Safety Planning

Planning for your safety and the safety of those living in your home is vital to your well-being.

A Safety Plan is a personalized, practical plan that includes ways to remain safe while in a relationship, planning to leave, or after you leave.

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A Safety Plan - While living with an abusive partner

  • Identify safe areas of your home

  • Safe areas have ways to escape

  • If arguments arise, move to the safe area

  • Don’t run to where the children are located

  • If violence is unavoidable, make yourself a small target

  • Go to a corner, curl up into a ball, protect your face

  • If possible, have a phone accessible

  • Always know what numbers to call for help

  • If your life is in danger, call 911

  • Let trusted friends and neighbors know in case you need help

  • Teach your children how to get help

  • Teach your children not to get involved in the violence

  • Tell your children that violence is never right

  • Practice how to get out safely.  Practice with your children

  • Plan what you are going to do if your children tell your abuser your plan

  • Keep weapons like guns and knives locked away

  • Make a habit of backing car into driveway for easy departure

  • Try not to wear scarves & long jewelry that can be used to strangle

  • Create several plausible reasons to leave the house at different times of day

  • Practice leaving at different times of day

  • Know where you are going when you leave

  • Have one or two locations where you will go

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Violence tends to escalate when you try to leave

Some things to keep in mind before you leave!

  • Keep any evidence of physical abuse, such as pictures of injuries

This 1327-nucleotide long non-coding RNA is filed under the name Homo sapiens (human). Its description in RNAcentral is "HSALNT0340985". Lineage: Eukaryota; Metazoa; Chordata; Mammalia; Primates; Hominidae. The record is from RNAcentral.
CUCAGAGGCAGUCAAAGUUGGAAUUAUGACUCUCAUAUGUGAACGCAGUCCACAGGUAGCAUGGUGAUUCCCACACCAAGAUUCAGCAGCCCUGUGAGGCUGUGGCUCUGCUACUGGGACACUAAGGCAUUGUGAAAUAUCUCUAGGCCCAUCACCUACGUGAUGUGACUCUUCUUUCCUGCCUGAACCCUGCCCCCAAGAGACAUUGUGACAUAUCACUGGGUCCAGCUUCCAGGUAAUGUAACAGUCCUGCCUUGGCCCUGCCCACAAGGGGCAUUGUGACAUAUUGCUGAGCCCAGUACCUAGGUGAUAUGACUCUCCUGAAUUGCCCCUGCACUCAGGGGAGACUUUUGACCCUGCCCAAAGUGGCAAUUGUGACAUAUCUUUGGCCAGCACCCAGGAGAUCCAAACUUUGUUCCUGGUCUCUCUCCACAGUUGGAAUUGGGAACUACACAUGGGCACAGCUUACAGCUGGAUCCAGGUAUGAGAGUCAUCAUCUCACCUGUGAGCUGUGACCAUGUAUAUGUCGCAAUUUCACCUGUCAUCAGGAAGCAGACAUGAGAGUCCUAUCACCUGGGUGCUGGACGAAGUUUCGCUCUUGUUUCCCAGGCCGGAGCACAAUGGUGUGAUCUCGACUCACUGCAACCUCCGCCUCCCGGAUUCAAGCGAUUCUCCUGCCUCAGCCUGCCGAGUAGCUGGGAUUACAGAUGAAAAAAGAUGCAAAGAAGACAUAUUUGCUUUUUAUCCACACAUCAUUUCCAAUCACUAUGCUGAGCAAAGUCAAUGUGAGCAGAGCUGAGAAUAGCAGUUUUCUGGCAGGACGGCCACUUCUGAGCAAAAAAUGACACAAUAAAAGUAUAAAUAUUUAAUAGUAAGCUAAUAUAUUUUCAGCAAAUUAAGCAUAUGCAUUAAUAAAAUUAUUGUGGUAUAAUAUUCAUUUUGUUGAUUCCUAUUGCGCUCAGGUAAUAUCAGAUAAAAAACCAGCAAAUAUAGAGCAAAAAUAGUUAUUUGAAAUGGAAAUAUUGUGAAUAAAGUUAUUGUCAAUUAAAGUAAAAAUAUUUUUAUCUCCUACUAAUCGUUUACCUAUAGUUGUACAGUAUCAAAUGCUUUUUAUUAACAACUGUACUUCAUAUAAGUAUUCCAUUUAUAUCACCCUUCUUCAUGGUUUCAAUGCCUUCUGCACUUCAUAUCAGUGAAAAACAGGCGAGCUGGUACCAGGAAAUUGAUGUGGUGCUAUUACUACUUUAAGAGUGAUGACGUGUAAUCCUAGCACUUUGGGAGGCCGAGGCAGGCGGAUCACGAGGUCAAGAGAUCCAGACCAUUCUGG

• Keep a journal of all violent incidences – dates, events, threats

  • Keep journal in a safe place | Know where to get help

  • Tell someone what is happening to you

  • If injured, go to a doctor or an emergency room

  • If injured, make a report of what happened to you

  • Plan with your children

  • Identify a safe place for children to go if violence erupts

  • Reassure children their job is to stay safe, not to protect you

  • Try to set money aside or ask a friend to keep money for you

Important Papers

  • Driver’s license

  • Birth certificate 

  • Children’s birth certificates

  • Social security cards

  • Financial information

  • Money and/or credit cards - (in your name)

  • Checking and/or savings account books

  • Protective order

  • Copies of any lease or rental agreements, or deed to home

  • Car registration, health & life insurance papers

  • Medical records for you and your children

  • School records

  • Passport | Visa, etc.

  • Divorce and custody papers

  • Marriage license

  • Your local police and/or sheriff’s department

  • Your local domestic violence program or shelter

  • Friends, relatives and family members

  • Your local doctor’s office, hospital and

    Family Justice Center

  • Medications

  • Extra set of house and car keys

  • Valuable jewelry

  • Pay-as-you-go cell phone

  • Address book

  • Pictures and sentimental items

  • Several changes of clothes for you and your children

  • Emergency money

Have a plan for when violence escalates in the home. Always be aware of the closest exit and how you are going to get out when violence occurs.

The National Center on Domestic Violence & Sexual Violence

Click Here for the Safety Plan